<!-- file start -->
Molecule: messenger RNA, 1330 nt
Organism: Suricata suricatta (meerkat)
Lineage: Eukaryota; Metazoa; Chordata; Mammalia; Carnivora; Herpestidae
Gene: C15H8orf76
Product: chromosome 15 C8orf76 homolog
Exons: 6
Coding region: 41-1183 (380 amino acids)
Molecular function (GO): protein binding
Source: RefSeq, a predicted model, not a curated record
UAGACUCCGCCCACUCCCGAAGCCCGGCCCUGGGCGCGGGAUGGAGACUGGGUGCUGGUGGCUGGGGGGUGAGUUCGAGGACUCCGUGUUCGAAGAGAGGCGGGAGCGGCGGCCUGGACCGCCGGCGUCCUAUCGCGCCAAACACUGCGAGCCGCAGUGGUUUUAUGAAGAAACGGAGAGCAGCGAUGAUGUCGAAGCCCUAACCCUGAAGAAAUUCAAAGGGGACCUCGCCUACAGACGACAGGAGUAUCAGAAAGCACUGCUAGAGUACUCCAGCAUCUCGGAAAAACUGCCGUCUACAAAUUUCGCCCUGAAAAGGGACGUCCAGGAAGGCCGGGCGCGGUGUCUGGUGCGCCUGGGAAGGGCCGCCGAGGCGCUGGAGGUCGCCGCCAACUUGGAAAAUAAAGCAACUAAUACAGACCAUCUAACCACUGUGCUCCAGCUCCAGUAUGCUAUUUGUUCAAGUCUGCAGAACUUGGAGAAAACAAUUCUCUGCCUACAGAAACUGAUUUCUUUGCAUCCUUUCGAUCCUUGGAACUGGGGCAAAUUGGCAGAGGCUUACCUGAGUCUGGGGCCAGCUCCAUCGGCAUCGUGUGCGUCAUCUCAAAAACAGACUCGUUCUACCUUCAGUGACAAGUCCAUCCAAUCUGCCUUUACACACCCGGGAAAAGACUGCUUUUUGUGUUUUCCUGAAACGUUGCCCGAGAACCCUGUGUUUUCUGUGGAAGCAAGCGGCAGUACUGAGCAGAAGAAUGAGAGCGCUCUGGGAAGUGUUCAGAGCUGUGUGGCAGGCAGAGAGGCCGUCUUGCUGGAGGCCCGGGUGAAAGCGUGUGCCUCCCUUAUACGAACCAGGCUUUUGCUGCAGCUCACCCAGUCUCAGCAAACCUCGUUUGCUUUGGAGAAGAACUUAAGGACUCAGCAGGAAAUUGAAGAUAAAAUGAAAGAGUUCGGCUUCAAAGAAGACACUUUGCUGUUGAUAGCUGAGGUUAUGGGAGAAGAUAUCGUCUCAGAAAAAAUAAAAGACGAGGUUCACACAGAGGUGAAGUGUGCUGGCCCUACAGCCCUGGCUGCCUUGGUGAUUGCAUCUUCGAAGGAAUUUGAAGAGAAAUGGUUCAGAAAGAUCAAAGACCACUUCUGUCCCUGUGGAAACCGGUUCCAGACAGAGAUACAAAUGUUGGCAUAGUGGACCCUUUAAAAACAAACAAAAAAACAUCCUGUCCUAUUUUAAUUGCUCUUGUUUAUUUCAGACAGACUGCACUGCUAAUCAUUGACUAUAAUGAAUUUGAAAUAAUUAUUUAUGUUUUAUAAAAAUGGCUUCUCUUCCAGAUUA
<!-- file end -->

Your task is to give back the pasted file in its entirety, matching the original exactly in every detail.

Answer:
Molecule: messenger RNA, 1330 nt
Organism: Suricata suricatta (meerkat)
Lineage: Eukaryota; Metazoa; Chordata; Mammalia; Carnivora; Herpestidae
Gene: C15H8orf76
Product: chromosome 15 C8orf76 homolog
Exons: 6
Coding region: 41-1183 (380 amino acids)
Molecular function (GO): protein binding
Source: RefSeq, a predicted model, not a curated record
UAGACUCCGCCCACUCCCGAAGCCCGGCCCUGGGCGCGGGAUGGAGACUGGGUGCUGGUGGCUGGGGGGUGAGUUCGAGGACUCCGUGUUCGAAGAGAGGCGGGAGCGGCGGCCUGGACCGCCGGCGUCCUAUCGCGCCAAACACUGCGAGCCGCAGUGGUUUUAUGAAGAAACGGAGAGCAGCGAUGAUGUCGAAGCCCUAACCCUGAAGAAAUUCAAAGGGGACCUCGCCUACAGACGACAGGAGUAUCAGAAAGCACUGCUAGAGUACUCCAGCAUCUCGGAAAAACUGCCGUCUACAAAUUUCGCCCUGAAAAGGGACGUCCAGGAAGGCCGGGCGCGGUGUCUGGUGCGCCUGGGAAGGGCCGCCGAGGCGCUGGAGGUCGCCGCCAACUUGGAAAAUAAAGCAACUAAUACAGACCAUCUAACCACUGUGCUCCAGCUCCAGUAUGCUAUUUGUUCAAGUCUGCAGAACUUGGAGAAAACAAUUCUCUGCCUACAGAAACUGAUUUCUUUGCAUCCUUUCGAUCCUUGGAACUGGGGCAAAUUGGCAGAGGCUUACCUGAGUCUGGGGCCAGCUCCAUCGGCAUCGUGUGCGUCAUCUCAAAAACAGACUCGUUCUACCUUCAGUGACAAGUCCAUCCAAUCUGCCUUUACACACCCGGGAAAAGACUGCUUUUUGUGUUUUCCUGAAACGUUGCCCGAGAACCCUGUGUUUUCUGUGGAAGCAAGCGGCAGUACUGAGCAGAAGAAUGAGAGCGCUCUGGGAAGUGUUCAGAGCUGUGUGGCAGGCAGAGAGGCCGUCUUGCUGGAGGCCCGGGUGAAAGCGUGUGCCUCCCUUAUACGAACCAGGCUUUUGCUGCAGCUCACCCAGUCUCAGCAAACCUCGUUUGCUUUGGAGAAGAACUUAAGGACUCAGCAGGAAAUUGAAGAUAAAAUGAAAGAGUUCGGCUUCAAAGAAGACACUUUGCUGUUGAUAGCUGAGGUUAUGGGAGAAGAUAUCGUCUCAGAAAAAAUAAAAGACGAGGUUCACACAGAGGUGAAGUGUGCUGGCCCUACAGCCCUGGCUGCCUUGGUGAUUGCAUCUUCGAAGGAAUUUGAAGAGAAAUGGUUCAGAAAGAUCAAAGACCACUUCUGUCCCUGUGGAAACCGGUUCCAGACAGAGAUACAAAUGUUGGCAUAGUGGACCCUUUAAAAACAAACAAAAAAACAUCCUGUCCUAUUUUAAUUGCUCUUGUUUAUUUCAGACAGACUGCACUGCUAAUCAUUGACUAUAAUGAAUUUGAAAUAAUUAUUUAUGUUUUAUAAAAAUGGCUUCUCUUCCAGAUUA